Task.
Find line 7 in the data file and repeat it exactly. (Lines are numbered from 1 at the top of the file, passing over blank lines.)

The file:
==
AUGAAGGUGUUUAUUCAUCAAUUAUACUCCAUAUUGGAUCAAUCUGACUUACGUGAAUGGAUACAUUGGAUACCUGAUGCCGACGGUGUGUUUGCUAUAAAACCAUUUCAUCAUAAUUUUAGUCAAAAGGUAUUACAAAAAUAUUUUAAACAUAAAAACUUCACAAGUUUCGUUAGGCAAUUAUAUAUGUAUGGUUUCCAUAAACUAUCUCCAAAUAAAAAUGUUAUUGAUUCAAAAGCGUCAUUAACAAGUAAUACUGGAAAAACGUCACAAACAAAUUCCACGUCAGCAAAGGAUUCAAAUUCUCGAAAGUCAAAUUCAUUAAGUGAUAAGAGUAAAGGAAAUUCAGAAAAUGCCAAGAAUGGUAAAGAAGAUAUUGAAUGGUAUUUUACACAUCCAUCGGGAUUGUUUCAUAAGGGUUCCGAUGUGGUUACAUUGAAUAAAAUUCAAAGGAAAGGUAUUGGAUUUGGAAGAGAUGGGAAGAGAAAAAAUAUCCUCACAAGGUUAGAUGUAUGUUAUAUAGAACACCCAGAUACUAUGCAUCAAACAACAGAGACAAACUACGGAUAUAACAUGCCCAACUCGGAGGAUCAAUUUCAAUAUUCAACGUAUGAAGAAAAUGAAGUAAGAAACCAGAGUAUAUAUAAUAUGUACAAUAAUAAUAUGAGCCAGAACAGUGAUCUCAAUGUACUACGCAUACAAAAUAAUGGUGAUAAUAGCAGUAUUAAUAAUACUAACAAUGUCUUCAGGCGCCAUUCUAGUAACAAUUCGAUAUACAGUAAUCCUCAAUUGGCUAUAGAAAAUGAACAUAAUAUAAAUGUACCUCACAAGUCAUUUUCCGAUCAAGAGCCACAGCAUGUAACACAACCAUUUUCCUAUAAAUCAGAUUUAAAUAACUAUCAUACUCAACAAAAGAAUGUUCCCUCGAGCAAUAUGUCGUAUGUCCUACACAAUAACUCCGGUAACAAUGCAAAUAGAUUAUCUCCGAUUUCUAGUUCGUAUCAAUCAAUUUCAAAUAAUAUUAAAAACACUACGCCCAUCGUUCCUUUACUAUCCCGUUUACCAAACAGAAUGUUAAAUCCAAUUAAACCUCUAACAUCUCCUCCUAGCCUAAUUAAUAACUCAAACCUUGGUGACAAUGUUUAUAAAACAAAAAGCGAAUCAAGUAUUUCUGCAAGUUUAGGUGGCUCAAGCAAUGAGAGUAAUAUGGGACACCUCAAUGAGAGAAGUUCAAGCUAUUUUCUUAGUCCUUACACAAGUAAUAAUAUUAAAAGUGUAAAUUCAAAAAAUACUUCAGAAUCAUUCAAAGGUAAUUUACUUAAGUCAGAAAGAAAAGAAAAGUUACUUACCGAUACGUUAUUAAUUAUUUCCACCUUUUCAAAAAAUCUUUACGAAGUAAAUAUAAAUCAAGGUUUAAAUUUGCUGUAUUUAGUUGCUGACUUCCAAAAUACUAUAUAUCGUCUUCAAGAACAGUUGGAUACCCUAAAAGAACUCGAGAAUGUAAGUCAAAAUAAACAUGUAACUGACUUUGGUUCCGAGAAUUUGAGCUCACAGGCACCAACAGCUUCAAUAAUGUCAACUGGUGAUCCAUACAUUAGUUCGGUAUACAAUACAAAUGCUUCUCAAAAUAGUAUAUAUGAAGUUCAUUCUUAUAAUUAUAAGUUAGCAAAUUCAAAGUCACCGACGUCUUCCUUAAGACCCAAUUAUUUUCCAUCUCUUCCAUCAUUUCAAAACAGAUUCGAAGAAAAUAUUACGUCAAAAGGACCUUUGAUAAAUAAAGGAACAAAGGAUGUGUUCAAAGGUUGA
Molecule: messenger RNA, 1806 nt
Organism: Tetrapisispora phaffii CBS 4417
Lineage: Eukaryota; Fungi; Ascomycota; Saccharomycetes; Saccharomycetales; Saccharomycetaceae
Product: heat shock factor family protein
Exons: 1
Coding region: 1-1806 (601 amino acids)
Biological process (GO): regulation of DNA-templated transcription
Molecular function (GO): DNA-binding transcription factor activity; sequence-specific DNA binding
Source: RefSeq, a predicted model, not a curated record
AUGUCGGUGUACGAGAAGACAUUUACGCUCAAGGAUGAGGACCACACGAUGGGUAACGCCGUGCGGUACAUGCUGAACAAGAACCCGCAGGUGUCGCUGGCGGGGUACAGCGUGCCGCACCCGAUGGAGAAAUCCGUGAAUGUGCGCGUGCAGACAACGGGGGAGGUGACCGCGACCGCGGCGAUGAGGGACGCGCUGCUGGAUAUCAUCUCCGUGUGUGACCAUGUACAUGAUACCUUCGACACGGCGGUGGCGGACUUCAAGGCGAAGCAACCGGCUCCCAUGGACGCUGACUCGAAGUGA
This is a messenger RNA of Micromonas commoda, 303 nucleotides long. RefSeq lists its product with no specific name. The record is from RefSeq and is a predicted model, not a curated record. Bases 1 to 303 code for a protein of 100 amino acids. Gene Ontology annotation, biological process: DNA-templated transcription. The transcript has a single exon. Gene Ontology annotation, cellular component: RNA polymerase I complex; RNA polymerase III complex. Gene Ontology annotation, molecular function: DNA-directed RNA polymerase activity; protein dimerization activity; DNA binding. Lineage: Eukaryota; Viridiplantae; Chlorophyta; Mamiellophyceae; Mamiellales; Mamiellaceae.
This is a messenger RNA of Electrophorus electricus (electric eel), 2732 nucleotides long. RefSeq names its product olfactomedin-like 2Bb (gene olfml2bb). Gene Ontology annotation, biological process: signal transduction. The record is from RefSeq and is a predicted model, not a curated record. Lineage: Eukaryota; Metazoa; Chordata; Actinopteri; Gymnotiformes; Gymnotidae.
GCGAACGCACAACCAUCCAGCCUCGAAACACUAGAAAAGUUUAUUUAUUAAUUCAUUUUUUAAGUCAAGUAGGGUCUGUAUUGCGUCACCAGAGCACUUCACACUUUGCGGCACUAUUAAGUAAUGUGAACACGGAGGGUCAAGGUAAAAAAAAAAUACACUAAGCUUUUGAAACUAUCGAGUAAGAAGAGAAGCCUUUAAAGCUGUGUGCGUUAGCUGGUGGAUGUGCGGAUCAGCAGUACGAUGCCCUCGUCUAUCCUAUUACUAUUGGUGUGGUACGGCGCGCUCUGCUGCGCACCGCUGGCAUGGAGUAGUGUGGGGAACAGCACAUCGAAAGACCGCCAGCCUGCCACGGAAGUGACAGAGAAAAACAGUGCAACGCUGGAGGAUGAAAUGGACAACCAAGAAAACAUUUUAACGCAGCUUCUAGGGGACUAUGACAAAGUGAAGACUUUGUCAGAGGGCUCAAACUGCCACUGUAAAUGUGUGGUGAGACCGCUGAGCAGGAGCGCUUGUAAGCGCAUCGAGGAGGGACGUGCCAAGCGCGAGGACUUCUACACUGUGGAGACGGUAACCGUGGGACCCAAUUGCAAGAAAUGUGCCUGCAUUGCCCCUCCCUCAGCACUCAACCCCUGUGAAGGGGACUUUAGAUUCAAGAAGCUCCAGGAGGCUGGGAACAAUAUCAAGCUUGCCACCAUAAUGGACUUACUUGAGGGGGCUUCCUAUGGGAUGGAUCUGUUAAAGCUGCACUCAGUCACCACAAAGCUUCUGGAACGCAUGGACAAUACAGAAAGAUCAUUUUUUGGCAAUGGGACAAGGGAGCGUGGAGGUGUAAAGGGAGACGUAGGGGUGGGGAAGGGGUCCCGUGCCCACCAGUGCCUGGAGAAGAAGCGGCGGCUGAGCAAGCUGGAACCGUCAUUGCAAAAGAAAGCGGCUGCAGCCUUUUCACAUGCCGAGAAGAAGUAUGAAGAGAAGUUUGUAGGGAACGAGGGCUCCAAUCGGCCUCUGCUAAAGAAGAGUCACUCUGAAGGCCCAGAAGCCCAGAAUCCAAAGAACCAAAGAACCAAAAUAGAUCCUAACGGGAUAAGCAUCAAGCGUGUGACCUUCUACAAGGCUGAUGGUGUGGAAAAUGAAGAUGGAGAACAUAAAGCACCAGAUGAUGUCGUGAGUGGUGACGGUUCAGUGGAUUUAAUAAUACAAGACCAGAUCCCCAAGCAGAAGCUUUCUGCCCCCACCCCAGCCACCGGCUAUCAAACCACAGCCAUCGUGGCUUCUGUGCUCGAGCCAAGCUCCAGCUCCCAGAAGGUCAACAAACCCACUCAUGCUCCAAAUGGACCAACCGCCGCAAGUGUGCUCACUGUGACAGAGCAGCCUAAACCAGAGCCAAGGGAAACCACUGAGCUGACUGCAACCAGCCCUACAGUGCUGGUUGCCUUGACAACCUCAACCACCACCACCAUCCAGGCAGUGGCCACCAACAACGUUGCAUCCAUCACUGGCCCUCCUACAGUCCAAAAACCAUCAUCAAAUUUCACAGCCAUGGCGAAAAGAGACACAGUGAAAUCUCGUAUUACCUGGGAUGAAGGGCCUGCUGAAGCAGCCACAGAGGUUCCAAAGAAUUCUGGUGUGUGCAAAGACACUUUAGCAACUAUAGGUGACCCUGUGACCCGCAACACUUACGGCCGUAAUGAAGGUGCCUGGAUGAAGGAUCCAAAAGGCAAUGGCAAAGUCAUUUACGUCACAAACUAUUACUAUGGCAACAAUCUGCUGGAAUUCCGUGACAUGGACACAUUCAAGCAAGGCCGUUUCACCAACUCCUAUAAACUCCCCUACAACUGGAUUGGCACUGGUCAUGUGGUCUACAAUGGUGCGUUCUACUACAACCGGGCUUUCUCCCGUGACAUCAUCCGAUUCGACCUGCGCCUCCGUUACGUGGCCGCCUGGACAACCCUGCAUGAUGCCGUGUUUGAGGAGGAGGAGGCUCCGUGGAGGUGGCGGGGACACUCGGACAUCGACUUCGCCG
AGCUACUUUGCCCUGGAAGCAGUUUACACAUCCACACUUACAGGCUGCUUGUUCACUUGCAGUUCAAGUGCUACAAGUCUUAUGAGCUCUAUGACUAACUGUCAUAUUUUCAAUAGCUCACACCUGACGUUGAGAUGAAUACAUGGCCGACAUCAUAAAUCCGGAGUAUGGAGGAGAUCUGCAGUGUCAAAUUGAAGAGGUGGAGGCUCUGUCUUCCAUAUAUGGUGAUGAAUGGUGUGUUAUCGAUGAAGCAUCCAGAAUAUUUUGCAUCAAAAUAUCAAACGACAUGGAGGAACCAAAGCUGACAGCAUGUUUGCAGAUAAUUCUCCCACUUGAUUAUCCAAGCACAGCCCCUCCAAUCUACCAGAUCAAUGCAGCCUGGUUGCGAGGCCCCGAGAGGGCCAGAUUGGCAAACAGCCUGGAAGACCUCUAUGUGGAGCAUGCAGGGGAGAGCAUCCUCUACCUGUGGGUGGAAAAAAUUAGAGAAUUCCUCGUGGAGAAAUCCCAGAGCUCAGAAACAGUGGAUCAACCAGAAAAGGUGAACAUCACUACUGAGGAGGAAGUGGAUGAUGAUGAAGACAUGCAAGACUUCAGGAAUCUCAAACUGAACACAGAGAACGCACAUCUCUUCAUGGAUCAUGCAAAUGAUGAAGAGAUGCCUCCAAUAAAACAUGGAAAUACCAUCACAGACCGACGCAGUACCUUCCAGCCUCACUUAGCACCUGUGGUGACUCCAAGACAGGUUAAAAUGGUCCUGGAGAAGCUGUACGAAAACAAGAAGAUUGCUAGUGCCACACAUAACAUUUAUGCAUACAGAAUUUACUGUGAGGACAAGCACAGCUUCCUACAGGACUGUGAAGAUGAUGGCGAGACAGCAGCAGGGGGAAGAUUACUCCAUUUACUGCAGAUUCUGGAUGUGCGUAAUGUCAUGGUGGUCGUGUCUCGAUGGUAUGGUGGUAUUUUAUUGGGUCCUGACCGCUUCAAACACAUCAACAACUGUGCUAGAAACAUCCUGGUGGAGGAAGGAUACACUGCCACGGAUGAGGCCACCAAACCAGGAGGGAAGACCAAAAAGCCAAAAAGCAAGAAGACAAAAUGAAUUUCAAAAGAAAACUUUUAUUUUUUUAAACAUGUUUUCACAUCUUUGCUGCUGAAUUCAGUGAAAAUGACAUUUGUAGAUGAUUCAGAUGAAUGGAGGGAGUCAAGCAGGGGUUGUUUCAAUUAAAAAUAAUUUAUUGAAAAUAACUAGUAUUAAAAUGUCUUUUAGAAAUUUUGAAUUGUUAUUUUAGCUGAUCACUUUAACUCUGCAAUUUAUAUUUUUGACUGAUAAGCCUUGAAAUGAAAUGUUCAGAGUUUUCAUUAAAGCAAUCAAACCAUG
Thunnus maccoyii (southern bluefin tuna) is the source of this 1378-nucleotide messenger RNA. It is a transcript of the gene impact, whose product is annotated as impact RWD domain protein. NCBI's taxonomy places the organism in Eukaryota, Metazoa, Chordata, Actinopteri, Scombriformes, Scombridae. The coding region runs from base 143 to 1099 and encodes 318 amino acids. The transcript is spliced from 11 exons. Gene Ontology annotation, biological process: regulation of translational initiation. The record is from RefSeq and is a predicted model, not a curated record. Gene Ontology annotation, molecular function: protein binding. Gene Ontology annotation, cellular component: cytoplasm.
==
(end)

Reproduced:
Coding region: 1-1806 (601 amino acids)